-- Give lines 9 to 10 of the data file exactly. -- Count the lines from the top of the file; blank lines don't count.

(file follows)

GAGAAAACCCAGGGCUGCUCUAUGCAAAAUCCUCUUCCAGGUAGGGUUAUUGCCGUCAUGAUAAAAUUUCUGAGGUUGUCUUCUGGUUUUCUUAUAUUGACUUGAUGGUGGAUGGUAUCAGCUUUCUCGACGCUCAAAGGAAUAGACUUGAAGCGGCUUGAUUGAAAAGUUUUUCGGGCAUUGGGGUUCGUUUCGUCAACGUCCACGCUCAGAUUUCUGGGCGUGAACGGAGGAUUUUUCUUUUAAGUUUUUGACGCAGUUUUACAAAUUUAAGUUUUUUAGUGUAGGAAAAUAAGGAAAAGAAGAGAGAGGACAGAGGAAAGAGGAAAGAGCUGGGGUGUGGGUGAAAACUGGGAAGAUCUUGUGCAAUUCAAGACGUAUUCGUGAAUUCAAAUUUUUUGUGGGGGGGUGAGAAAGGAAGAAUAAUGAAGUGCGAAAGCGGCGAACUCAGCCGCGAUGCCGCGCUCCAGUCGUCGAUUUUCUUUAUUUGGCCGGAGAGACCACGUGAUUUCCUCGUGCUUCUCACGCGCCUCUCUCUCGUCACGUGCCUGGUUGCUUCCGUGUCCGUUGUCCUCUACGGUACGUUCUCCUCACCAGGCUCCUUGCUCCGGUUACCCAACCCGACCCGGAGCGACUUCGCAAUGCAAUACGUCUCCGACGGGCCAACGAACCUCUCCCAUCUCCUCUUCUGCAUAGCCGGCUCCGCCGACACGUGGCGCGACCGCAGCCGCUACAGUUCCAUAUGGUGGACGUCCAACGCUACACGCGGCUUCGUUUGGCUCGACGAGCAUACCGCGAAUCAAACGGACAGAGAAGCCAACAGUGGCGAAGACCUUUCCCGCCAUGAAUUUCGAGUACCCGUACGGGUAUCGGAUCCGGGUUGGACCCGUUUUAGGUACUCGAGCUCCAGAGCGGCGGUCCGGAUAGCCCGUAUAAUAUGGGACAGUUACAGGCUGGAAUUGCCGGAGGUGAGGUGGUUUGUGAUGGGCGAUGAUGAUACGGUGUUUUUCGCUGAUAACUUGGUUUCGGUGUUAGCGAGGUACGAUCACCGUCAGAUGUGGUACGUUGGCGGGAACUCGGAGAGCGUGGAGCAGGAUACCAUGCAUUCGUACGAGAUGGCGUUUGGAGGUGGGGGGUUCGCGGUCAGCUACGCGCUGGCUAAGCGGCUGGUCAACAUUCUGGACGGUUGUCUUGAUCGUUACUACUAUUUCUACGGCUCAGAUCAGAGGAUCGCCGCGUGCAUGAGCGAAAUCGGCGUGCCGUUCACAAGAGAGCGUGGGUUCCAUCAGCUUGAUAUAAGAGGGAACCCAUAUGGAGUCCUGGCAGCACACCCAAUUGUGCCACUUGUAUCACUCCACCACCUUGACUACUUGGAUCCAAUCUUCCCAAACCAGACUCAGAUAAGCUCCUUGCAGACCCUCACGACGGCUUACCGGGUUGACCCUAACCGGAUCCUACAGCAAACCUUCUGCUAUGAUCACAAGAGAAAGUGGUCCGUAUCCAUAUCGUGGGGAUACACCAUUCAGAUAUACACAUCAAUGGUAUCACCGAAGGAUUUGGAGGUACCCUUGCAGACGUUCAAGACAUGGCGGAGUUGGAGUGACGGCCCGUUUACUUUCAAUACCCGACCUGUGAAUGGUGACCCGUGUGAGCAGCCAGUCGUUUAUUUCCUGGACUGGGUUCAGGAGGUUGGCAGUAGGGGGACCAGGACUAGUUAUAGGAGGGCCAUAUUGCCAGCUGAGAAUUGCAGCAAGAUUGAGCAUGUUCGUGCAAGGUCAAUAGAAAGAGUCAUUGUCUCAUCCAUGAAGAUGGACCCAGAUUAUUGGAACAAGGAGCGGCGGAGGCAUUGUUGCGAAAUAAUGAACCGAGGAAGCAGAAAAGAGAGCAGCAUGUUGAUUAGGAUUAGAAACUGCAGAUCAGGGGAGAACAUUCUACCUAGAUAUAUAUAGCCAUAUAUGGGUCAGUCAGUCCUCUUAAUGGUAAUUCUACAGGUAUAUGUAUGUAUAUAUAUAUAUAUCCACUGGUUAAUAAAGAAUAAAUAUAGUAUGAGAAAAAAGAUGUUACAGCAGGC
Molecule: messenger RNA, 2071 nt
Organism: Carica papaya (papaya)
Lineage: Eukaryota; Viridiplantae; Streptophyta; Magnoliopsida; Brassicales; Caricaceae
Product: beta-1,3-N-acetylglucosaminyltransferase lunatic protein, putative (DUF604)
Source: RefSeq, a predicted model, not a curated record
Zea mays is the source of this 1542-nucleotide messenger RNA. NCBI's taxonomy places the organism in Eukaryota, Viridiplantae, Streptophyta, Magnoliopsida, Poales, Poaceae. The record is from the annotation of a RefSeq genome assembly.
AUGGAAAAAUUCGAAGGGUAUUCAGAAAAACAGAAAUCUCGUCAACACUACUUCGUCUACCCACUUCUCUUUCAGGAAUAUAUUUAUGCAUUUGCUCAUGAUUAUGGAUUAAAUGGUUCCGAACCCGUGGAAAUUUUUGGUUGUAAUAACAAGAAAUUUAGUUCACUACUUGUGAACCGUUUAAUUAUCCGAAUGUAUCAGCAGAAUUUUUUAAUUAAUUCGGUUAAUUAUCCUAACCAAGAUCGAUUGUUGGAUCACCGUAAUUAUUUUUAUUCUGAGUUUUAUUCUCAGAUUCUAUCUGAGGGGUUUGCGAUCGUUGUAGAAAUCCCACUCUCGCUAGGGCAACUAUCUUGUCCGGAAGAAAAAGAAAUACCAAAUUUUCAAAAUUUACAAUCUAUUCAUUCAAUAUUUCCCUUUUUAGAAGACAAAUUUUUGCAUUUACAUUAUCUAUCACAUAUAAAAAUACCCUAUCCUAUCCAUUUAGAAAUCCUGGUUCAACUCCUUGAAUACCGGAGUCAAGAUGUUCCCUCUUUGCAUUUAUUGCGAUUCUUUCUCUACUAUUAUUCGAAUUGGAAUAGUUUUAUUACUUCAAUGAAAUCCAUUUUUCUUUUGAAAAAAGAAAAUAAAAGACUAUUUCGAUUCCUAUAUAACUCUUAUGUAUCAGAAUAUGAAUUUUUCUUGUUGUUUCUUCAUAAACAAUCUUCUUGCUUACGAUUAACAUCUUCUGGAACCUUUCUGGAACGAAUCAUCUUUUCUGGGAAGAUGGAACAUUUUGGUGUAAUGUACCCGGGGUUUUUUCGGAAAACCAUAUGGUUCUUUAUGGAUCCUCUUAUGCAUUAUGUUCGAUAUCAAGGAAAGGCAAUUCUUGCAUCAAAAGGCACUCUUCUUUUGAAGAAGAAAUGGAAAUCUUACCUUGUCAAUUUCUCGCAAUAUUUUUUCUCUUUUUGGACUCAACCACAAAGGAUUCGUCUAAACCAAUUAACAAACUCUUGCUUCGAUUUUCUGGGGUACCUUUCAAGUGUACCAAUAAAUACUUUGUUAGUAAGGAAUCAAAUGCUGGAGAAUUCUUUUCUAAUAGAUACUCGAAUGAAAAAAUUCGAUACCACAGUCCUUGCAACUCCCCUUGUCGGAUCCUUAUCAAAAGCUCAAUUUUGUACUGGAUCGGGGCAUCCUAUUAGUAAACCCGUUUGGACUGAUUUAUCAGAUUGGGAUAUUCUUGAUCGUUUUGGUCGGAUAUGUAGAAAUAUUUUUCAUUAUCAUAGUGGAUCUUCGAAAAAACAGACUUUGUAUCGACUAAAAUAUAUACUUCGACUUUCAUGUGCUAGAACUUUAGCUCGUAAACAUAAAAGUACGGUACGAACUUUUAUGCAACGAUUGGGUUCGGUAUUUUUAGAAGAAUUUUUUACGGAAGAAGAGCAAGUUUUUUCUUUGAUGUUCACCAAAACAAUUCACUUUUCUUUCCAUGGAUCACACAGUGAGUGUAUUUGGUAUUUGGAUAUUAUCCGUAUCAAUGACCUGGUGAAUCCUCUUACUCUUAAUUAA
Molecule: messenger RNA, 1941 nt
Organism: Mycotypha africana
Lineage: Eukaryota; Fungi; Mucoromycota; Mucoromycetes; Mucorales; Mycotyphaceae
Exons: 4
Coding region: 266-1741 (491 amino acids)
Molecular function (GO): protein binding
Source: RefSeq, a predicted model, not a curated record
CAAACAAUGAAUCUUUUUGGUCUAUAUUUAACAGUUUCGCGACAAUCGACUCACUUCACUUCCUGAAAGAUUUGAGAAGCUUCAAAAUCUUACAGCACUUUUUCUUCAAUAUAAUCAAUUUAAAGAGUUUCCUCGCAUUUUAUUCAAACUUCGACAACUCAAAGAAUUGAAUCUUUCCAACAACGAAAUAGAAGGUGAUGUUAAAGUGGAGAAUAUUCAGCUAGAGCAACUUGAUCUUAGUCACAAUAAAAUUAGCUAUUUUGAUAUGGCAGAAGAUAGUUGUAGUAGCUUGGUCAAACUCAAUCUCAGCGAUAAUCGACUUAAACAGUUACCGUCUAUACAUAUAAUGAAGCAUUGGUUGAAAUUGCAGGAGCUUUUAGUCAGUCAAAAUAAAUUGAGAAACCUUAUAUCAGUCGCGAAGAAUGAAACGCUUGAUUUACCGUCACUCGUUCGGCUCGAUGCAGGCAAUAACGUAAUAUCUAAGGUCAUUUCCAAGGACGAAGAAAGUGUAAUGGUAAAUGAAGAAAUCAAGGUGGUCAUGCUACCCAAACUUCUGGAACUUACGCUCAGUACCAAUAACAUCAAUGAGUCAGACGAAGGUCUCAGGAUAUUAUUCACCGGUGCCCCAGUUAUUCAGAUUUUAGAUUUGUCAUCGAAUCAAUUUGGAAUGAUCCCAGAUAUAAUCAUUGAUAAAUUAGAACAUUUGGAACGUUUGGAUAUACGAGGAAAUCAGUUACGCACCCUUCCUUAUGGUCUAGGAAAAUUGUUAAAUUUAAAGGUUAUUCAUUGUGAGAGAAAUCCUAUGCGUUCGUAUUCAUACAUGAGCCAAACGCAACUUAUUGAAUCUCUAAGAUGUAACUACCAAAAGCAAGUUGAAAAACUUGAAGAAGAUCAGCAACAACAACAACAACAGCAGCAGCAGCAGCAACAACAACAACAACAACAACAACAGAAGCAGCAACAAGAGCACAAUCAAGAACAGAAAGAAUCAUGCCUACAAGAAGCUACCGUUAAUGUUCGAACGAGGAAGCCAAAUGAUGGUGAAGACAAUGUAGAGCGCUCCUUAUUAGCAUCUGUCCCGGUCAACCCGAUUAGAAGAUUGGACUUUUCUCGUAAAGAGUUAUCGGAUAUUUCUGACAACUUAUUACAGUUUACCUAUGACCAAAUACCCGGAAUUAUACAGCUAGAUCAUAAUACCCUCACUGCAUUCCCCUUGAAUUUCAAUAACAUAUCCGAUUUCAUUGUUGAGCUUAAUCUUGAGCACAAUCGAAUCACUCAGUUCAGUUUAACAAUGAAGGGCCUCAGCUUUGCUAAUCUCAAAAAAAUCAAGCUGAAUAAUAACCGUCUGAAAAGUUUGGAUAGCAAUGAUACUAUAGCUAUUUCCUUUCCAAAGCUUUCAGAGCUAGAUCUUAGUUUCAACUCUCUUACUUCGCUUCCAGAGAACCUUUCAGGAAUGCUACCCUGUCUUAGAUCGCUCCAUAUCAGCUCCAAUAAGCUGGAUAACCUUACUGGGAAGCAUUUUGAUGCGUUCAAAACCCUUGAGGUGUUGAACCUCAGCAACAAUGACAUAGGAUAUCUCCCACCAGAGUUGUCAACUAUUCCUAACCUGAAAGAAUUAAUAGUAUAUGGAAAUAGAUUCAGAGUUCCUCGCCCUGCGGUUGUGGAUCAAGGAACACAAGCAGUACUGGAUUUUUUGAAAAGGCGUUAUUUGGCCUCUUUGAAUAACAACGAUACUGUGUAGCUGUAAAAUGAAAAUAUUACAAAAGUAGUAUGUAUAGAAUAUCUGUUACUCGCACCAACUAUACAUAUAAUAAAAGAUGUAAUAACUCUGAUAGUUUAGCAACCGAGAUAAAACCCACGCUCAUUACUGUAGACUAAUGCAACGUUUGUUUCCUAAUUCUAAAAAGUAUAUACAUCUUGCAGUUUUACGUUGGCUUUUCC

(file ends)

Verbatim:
Molecule: messenger RNA, 1941 nt
Organism: Mycotypha africana